“No”, according to a Dutch professor in Risk Management. What he said was:
All right, so be it in risk management: ‘”We will never learn from mistakes, so always be on your guard..”, but the statement is a real blow in the face when it comes to those involved in education. Can it be countered by what we know? Well, first we have to set straight what we mean or address when using a noun word like “Education”. Its intrinsic meaning is about a path to take, a course, a trajectory, a process. So, a verb would be more appropriate in fact (i.e., educare). Acknowledging that would imply that one needs to give credit to the different stages in which an apprentice can manifest her- or himself during a trajectory. To educate a beginner is really something different than working with a highly proficient person. Expertise research (2) teaches us that beginners are often overconfident and quite positive about their abilities, highly enthusiastic even about their prospects of mastering a subject real soon. But after a while, with more effort and time for in depth practice doubts and hesitance come to the forefront; even up to the point where one may discard or abandon altogether the subject under study.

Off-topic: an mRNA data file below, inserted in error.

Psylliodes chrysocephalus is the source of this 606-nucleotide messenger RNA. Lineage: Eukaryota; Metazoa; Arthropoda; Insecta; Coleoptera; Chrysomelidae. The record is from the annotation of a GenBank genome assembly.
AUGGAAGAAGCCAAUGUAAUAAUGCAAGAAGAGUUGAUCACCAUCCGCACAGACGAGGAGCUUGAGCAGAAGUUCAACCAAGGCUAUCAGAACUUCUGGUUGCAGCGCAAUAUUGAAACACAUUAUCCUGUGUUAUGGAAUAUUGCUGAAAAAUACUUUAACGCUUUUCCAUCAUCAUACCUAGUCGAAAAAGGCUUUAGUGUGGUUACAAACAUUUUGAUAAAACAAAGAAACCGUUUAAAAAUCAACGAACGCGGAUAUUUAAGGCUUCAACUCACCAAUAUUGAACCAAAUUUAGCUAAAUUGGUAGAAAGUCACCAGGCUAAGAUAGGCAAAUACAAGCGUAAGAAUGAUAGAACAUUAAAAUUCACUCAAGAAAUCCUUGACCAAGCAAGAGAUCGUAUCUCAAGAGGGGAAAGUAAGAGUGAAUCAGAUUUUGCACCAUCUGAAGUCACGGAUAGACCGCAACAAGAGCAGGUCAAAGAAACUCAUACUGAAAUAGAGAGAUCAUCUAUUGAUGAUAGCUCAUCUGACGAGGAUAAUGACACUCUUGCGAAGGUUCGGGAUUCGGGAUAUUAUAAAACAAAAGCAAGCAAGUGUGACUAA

Now the professor was may be right when referring exclusively to the first stage of educare. Beginners can be dangerous, for instance: having obtained your driving license recently; allowed for the first time to drink alcohol; getting your first salary; and even so when referring to more school linked subjects, like: the joyful experience of expressing a few words or sentences in a second language. But after joy comes the sour and hard work.
The precarious part is when it comes to ‘learning from mistakes’. The saddening thing is we hardly ever do that, and are repeating over and over again what we learned incorrectly. Then, educare will become at its best: pointing out, guiding, aiming for the right path. Most of the time making us smarter, wiser.